The Kopis sword inspired the design of other swords.
Due to its effectiveness, the Kopis sword has inspired the designs of other swords such as the kukri from Nepal, the Yatagan used in the Balkans and Anatolia during the Ottoman period, as well as other modern knives today such as utility and combat knives. It is also often compared to the contemporary Iberian falcata.
The Kopis may have been mentioned in the Bible.
The Koine (common Greek) version of the New Testament used the word makhaira to refer to a sword in general. Since this term was often used without distinction with Kopis, it is possible to have referred to the same sword. In the text, there was no distinction between native blades and the gladius swords of Roman soldiers. While the Kopis and Makhaira sword have curved blades, the gladius sword has a straight blade.
Makhaira Vs Kopis
Makhaira or makhairai (plural) is another type of Ancient Greek sword with a single cutting edge. With a name that means “dagger” or “short sword”, the name of this sword is often used interchangeably with Kopis and the distinction is not entirely clear based on ancient texts.
Even Xenophon of Athens, a Greek military leader, historian, and philosopher did not make the distinction. The elected commander of one of the biggest Greek mercenary armies of the Achaemenid Empire, also known as the Ten Thousand, they marched and came close to capturing Babylon in 401 BC. In one of his works titled “On Horsemanship”, Xenophon recommended the use of single edged Kopis swords which he did not distinguish from the makhaira for cavalry troops. He said, “I recommend a Kopis rather than a Xiphos, because from the height of a horse’s back, the cut of a Makhaira will serve you better than the thrust of a Xiphos”.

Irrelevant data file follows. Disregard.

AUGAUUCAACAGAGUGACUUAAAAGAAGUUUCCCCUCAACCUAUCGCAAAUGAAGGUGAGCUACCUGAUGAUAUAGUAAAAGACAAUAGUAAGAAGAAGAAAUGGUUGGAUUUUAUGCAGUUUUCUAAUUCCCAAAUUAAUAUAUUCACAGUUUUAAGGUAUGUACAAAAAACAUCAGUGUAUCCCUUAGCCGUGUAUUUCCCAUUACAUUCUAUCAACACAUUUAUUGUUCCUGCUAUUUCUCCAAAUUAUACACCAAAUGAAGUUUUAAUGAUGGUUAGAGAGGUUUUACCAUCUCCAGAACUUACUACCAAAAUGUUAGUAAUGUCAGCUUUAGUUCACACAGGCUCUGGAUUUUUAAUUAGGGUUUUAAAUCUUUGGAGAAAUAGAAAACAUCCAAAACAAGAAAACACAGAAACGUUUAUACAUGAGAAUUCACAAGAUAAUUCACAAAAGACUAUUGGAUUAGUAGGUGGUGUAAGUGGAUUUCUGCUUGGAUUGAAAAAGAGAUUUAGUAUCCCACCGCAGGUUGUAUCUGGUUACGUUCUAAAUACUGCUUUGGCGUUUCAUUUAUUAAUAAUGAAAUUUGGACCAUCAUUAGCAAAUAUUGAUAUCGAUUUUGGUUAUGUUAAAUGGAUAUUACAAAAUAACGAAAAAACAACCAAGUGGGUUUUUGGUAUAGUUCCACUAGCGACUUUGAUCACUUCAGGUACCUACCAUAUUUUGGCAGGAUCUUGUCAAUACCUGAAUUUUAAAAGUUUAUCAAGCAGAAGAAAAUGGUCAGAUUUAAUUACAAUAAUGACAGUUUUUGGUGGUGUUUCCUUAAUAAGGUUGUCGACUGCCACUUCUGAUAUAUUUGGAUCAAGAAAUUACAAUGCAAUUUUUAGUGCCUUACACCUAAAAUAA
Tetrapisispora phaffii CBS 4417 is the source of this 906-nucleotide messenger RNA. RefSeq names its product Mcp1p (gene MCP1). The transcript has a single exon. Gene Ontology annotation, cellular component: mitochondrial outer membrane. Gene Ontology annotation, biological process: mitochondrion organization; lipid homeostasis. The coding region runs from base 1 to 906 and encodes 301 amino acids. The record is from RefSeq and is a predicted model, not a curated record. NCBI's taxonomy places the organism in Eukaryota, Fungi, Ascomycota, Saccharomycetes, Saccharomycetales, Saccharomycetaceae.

Today, some modern specialists discriminate between the two. While both are single edged cutting swords, those with a forward curve are being classed as Kopides while those without the curve are categorized as makhairai.
Amory Museums and private collectors often seek modern replicas for their collection. Choosing a replica style will depend on your personal preference as well as the intended function of the replica. Although many are sold unsharpened, you can choose to have them sharpened to be battle ready.
Historically Accurate Replicas
Historically accurate replicas are typically less durable than their modernized counterparts as it means using materials that were originally available back in the ancient days. Decorations vary based on the civilization the replica is meant to match. Greek Kopis typically featured Hoplite soldiers and spears while Indian and Persian Kopis were more likely to feature natural or religious imagery like animals and holy symbols.
Modernized replicas of the Kopis Swords involve modern forging techniques and materials such as taking advantage of newer steels for their aesthetics as seen in Damascus Steel or plain steel (like stainless steel) which requires less maintenance. Inlays can follow traditional patterns or more modern interpretations. Some modern versions also feature an exaggerated curved blade as it is more aesthetically pleasing.
Although known by many names and have taken many forms, the Kopis sword is a much-feared weapon especially in the hands of cavalry troops. Known for their effectiveness, the Kopis sword has influenced the design of many types of swords in later times, even today.
Jolene has been writing and editing for almost a decade and concentrates on medical and technical writing. Currently working with a good friend to make Sword Encyclopedia a success, she has a newfound interest in history. Identifying as an introverted couch potato, she enjoys geeking out with anime, gacha games, and books from authors like Diana Wynne Jones, JRR Tolkien, JK Rowling, and more. Her other interests include art, music, food, travel, and different cultures.
Juliana has been writing for nearly thirty years and concentrates on Tudor and Medieval history. She has written for Tudor Dynasty, Tudor Writing Circle, Historian Matt Lewis, and others. Juliana currently writes for Pen and Sword Publishers and is the author of several books, including Medicine in the Middle Ages and A History of Insanity and the Asylum.